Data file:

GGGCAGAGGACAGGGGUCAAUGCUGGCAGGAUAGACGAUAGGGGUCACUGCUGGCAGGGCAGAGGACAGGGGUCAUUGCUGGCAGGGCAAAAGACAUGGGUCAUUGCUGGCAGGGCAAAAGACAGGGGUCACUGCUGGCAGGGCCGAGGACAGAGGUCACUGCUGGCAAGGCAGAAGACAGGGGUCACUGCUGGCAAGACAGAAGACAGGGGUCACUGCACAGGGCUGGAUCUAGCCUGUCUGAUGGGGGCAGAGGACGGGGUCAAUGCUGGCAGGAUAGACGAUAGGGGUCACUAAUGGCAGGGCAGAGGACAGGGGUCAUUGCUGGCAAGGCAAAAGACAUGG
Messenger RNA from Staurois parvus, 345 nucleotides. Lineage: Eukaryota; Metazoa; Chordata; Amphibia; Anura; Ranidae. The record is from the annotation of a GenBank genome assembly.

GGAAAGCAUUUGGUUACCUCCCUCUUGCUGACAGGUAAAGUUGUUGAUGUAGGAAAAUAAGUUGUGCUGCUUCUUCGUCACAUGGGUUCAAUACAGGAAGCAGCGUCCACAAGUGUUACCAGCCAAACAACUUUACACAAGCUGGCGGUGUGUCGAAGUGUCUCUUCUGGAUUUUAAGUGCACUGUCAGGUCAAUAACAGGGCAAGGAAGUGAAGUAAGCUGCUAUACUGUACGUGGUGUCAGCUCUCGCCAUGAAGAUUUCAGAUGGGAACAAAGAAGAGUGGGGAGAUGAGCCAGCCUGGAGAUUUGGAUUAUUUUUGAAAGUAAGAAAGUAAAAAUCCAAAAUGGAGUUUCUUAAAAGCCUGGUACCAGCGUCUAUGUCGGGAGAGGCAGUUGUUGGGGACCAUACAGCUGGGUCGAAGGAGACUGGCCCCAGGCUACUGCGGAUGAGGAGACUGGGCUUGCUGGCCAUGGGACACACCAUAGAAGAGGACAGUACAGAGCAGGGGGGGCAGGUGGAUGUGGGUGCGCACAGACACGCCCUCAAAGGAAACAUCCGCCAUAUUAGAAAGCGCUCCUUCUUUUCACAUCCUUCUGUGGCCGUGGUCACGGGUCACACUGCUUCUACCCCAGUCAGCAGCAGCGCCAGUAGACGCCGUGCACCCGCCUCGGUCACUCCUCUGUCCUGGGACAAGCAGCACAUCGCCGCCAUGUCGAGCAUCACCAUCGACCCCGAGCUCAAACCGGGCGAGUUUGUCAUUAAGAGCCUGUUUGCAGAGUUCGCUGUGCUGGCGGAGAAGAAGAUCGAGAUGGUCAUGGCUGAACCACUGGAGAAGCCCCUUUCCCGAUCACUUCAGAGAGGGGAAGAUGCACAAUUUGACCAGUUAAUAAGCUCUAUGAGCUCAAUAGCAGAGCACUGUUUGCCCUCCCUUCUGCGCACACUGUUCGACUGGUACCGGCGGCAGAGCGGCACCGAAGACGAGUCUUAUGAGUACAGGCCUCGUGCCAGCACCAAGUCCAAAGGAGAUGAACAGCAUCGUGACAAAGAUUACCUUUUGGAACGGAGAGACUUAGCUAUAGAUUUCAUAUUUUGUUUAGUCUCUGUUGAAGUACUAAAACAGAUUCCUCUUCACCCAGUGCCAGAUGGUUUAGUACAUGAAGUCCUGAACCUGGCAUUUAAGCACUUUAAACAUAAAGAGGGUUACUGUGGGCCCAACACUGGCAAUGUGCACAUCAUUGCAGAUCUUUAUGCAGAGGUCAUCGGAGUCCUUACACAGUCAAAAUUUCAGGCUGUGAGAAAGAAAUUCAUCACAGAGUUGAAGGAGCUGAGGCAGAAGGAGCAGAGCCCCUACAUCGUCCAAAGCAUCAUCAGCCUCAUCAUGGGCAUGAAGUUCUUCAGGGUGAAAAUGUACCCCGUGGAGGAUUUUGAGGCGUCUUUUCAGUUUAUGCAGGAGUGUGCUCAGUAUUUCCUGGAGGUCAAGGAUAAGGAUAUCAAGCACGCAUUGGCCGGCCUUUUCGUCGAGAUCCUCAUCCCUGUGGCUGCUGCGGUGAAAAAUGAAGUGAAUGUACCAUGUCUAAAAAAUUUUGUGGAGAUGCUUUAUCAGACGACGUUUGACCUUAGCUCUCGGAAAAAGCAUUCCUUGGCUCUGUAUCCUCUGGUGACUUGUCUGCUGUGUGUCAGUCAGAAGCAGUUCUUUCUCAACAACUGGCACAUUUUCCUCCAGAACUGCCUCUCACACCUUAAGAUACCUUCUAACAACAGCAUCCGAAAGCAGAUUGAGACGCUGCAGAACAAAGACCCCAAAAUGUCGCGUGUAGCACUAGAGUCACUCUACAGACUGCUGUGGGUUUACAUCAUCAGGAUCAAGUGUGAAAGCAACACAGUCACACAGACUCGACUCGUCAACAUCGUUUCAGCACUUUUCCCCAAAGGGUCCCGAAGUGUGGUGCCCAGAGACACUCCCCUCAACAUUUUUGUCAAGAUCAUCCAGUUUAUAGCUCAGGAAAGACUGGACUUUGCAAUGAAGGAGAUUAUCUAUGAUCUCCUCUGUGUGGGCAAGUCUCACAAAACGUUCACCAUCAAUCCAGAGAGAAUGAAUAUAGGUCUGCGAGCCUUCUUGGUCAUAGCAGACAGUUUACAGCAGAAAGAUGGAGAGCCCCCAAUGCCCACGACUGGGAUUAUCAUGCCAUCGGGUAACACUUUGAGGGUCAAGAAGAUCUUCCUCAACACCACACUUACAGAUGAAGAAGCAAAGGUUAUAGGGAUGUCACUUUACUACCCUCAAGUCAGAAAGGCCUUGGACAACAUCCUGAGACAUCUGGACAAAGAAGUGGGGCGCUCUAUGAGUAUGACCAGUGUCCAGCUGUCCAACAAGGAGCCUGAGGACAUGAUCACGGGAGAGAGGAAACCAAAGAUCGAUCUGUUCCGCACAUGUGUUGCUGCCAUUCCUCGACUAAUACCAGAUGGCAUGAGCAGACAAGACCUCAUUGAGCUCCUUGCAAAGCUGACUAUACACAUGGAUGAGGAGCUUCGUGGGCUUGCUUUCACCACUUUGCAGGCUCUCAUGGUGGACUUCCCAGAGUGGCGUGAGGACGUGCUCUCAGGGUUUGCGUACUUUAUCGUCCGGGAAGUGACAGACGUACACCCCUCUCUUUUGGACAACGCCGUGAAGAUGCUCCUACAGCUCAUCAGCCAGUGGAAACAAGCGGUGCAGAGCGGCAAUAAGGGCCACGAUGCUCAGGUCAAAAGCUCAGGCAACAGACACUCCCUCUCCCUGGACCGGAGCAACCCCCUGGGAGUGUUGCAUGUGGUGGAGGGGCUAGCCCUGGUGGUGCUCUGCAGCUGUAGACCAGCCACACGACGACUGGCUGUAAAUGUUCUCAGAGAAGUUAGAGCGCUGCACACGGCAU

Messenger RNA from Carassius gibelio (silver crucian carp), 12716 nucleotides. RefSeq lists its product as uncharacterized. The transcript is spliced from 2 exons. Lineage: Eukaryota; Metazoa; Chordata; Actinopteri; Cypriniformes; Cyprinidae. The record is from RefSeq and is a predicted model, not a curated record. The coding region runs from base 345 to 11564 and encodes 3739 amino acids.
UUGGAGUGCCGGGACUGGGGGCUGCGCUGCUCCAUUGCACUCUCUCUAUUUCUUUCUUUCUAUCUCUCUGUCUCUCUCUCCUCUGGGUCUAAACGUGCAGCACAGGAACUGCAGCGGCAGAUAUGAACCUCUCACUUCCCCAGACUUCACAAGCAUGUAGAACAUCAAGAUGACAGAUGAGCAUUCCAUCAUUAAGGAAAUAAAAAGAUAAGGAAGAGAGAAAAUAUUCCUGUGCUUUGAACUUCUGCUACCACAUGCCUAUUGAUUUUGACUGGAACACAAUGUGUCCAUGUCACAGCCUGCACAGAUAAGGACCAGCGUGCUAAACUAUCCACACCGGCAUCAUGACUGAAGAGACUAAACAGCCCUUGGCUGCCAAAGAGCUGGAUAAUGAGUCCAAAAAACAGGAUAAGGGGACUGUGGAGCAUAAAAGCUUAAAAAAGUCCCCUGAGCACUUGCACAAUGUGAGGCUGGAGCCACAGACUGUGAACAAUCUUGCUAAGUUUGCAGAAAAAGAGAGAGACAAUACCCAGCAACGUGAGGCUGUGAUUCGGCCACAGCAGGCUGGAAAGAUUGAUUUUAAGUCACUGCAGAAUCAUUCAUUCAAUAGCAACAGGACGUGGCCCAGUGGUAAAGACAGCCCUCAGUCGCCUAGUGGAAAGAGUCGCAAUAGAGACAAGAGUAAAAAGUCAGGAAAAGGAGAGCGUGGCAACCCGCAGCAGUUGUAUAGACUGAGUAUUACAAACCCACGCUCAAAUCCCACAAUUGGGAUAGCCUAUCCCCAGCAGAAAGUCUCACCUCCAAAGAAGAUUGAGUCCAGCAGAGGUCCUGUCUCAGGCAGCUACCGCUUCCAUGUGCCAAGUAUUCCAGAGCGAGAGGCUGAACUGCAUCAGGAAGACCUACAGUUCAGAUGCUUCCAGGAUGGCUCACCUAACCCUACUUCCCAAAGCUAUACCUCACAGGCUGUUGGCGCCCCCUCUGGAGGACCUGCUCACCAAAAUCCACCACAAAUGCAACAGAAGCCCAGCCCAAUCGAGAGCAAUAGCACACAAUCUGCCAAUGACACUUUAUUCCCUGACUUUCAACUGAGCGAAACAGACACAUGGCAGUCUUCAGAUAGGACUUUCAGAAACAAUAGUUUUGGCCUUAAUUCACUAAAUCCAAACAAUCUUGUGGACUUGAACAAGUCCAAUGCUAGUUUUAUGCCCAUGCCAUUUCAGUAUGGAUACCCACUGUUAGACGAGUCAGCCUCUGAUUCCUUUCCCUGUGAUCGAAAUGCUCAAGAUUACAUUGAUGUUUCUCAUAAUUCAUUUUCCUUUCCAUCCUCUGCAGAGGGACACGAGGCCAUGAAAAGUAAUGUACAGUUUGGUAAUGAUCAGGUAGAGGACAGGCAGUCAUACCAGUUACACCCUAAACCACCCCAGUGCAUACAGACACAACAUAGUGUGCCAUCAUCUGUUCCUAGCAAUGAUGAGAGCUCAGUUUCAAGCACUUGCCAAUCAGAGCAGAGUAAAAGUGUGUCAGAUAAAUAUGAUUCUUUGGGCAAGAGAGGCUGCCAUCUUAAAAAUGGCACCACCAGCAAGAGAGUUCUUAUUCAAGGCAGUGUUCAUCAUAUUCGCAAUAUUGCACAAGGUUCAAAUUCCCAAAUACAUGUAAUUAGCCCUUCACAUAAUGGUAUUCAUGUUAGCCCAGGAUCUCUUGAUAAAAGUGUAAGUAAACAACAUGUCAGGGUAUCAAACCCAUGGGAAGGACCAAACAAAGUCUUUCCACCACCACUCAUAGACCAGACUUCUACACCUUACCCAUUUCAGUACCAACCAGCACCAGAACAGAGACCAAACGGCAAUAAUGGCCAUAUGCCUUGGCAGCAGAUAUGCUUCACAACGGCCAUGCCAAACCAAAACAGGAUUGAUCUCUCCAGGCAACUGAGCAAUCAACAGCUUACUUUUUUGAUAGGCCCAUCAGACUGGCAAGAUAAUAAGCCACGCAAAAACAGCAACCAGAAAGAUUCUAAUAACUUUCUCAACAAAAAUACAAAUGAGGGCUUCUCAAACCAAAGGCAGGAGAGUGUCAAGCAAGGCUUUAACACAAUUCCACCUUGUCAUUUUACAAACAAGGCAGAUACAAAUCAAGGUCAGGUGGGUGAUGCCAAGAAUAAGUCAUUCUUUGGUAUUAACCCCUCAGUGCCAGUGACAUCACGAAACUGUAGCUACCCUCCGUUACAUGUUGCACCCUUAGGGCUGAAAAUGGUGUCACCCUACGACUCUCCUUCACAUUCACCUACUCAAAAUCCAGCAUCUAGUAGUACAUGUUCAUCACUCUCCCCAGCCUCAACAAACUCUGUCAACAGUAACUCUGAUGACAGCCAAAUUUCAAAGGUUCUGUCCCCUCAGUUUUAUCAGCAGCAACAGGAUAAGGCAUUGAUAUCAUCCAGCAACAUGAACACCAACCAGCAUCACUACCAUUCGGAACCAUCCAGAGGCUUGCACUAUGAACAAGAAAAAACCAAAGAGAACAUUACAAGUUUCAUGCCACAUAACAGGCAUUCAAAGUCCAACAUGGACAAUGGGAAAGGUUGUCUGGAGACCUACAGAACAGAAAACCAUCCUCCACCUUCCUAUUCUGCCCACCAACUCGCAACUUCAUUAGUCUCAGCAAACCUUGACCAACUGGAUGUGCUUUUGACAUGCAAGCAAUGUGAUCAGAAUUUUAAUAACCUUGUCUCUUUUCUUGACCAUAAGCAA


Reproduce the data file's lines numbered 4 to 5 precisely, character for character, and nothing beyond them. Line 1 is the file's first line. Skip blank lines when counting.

Messenger RNA from Carassius gibelio (silver crucian carp), 12716 nucleotides. RefSeq lists its product as uncharacterized. The transcript is spliced from 2 exons. Lineage: Eukaryota; Metazoa; Chordata; Actinopteri; Cypriniformes; Cyprinidae. The record is from RefSeq and is a predicted model, not a curated record. The coding region runs from base 345 to 11564 and encodes 3739 amino acids.
UUGGAGUGCCGGGACUGGGGGCUGCGCUGCUCCAUUGCACUCUCUCUAUUUCUUUCUUUCUAUCUCUCUGUCUCUCUCUCCUCUGGGUCUAAACGUGCAGCACAGGAACUGCAGCGGCAGAUAUGAACCUCUCACUUCCCCAGACUUCACAAGCAUGUAGAACAUCAAGAUGACAGAUGAGCAUUCCAUCAUUAAGGAAAUAAAAAGAUAAGGAAGAGAGAAAAUAUUCCUGUGCUUUGAACUUCUGCUACCACAUGCCUAUUGAUUUUGACUGGAACACAAUGUGUCCAUGUCACAGCCUGCACAGAUAAGGACCAGCGUGCUAAACUAUCCACACCGGCAUCAUGACUGAAGAGACUAAACAGCCCUUGGCUGCCAAAGAGCUGGAUAAUGAGUCCAAAAAACAGGAUAAGGGGACUGUGGAGCAUAAAAGCUUAAAAAAGUCCCCUGAGCACUUGCACAAUGUGAGGCUGGAGCCACAGACUGUGAACAAUCUUGCUAAGUUUGCAGAAAAAGAGAGAGACAAUACCCAGCAACGUGAGGCUGUGAUUCGGCCACAGCAGGCUGGAAAGAUUGAUUUUAAGUCACUGCAGAAUCAUUCAUUCAAUAGCAACAGGACGUGGCCCAGUGGUAAAGACAGCCCUCAGUCGCCUAGUGGAAAGAGUCGCAAUAGAGACAAGAGUAAAAAGUCAGGAAAAGGAGAGCGUGGCAACCCGCAGCAGUUGUAUAGACUGAGUAUUACAAACCCACGCUCAAAUCCCACAAUUGGGAUAGCCUAUCCCCAGCAGAAAGUCUCACCUCCAAAGAAGAUUGAGUCCAGCAGAGGUCCUGUCUCAGGCAGCUACCGCUUCCAUGUGCCAAGUAUUCCAGAGCGAGAGGCUGAACUGCAUCAGGAAGACCUACAGUUCAGAUGCUUCCAGGAUGGCUCACCUAACCCUACUUCCCAAAGCUAUACCUCACAGGCUGUUGGCGCCCCCUCUGGAGGACCUGCUCACCAAAAUCCACCACAAAUGCAACAGAAGCCCAGCCCAAUCGAGAGCAAUAGCACACAAUCUGCCAAUGACACUUUAUUCCCUGACUUUCAACUGAGCGAAACAGACACAUGGCAGUCUUCAGAUAGGACUUUCAGAAACAAUAGUUUUGGCCUUAAUUCACUAAAUCCAAACAAUCUUGUGGACUUGAACAAGUCCAAUGCUAGUUUUAUGCCCAUGCCAUUUCAGUAUGGAUACCCACUGUUAGACGAGUCAGCCUCUGAUUCCUUUCCCUGUGAUCGAAAUGCUCAAGAUUACAUUGAUGUUUCUCAUAAUUCAUUUUCCUUUCCAUCCUCUGCAGAGGGACACGAGGCCAUGAAAAGUAAUGUACAGUUUGGUAAUGAUCAGGUAGAGGACAGGCAGUCAUACCAGUUACACCCUAAACCACCCCAGUGCAUACAGACACAACAUAGUGUGCCAUCAUCUGUUCCUAGCAAUGAUGAGAGCUCAGUUUCAAGCACUUGCCAAUCAGAGCAGAGUAAAAGUGUGUCAGAUAAAUAUGAUUCUUUGGGCAAGAGAGGCUGCCAUCUUAAAAAUGGCACCACCAGCAAGAGAGUUCUUAUUCAAGGCAGUGUUCAUCAUAUUCGCAAUAUUGCACAAGGUUCAAAUUCCCAAAUACAUGUAAUUAGCCCUUCACAUAAUGGUAUUCAUGUUAGCCCAGGAUCUCUUGAUAAAAGUGUAAGUAAACAACAUGUCAGGGUAUCAAACCCAUGGGAAGGACCAAACAAAGUCUUUCCACCACCACUCAUAGACCAGACUUCUACACCUUACCCAUUUCAGUACCAACCAGCACCAGAACAGAGACCAAACGGCAAUAAUGGCCAUAUGCCUUGGCAGCAGAUAUGCUUCACAACGGCCAUGCCAAACCAAAACAGGAUUGAUCUCUCCAGGCAACUGAGCAAUCAACAGCUUACUUUUUUGAUAGGCCCAUCAGACUGGCAAGAUAAUAAGCCACGCAAAAACAGCAACCAGAAAGAUUCUAAUAACUUUCUCAACAAAAAUACAAAUGAGGGCUUCUCAAACCAAAGGCAGGAGAGUGUCAAGCAAGGCUUUAACACAAUUCCACCUUGUCAUUUUACAAACAAGGCAGAUACAAAUCAAGGUCAGGUGGGUGAUGCCAAGAAUAAGUCAUUCUUUGGUAUUAACCCCUCAGUGCCAGUGACAUCACGAAACUGUAGCUACCCUCCGUUACAUGUUGCACCCUUAGGGCUGAAAAUGGUGUCACCCUACGACUCUCCUUCACAUUCACCUACUCAAAAUCCAGCAUCUAGUAGUACAUGUUCAUCACUCUCCCCAGCCUCAACAAACUCUGUCAACAGUAACUCUGAUGACAGCCAAAUUUCAAAGGUUCUGUCCCCUCAGUUUUAUCAGCAGCAACAGGAUAAGGCAUUGAUAUCAUCCAGCAACAUGAACACCAACCAGCAUCACUACCAUUCGGAACCAUCCAGAGGCUUGCACUAUGAACAAGAAAAAACCAAAGAGAACAUUACAAGUUUCAUGCCACAUAACAGGCAUUCAAAGUCCAACAUGGACAAUGGGAAAGGUUGUCUGGAGACCUACAGAACAGAAAACCAUCCUCCACCUUCCUAUUCUGCCCACCAACUCGCAACUUCAUUAGUCUCAGCAAACCUUGACCAACUGGAUGUGCUUUUGACAUGCAAGCAAUGUGAUCAGAAUUUUAAUAACCUUGUCUCUUUUCUUGACCAUAAGCAA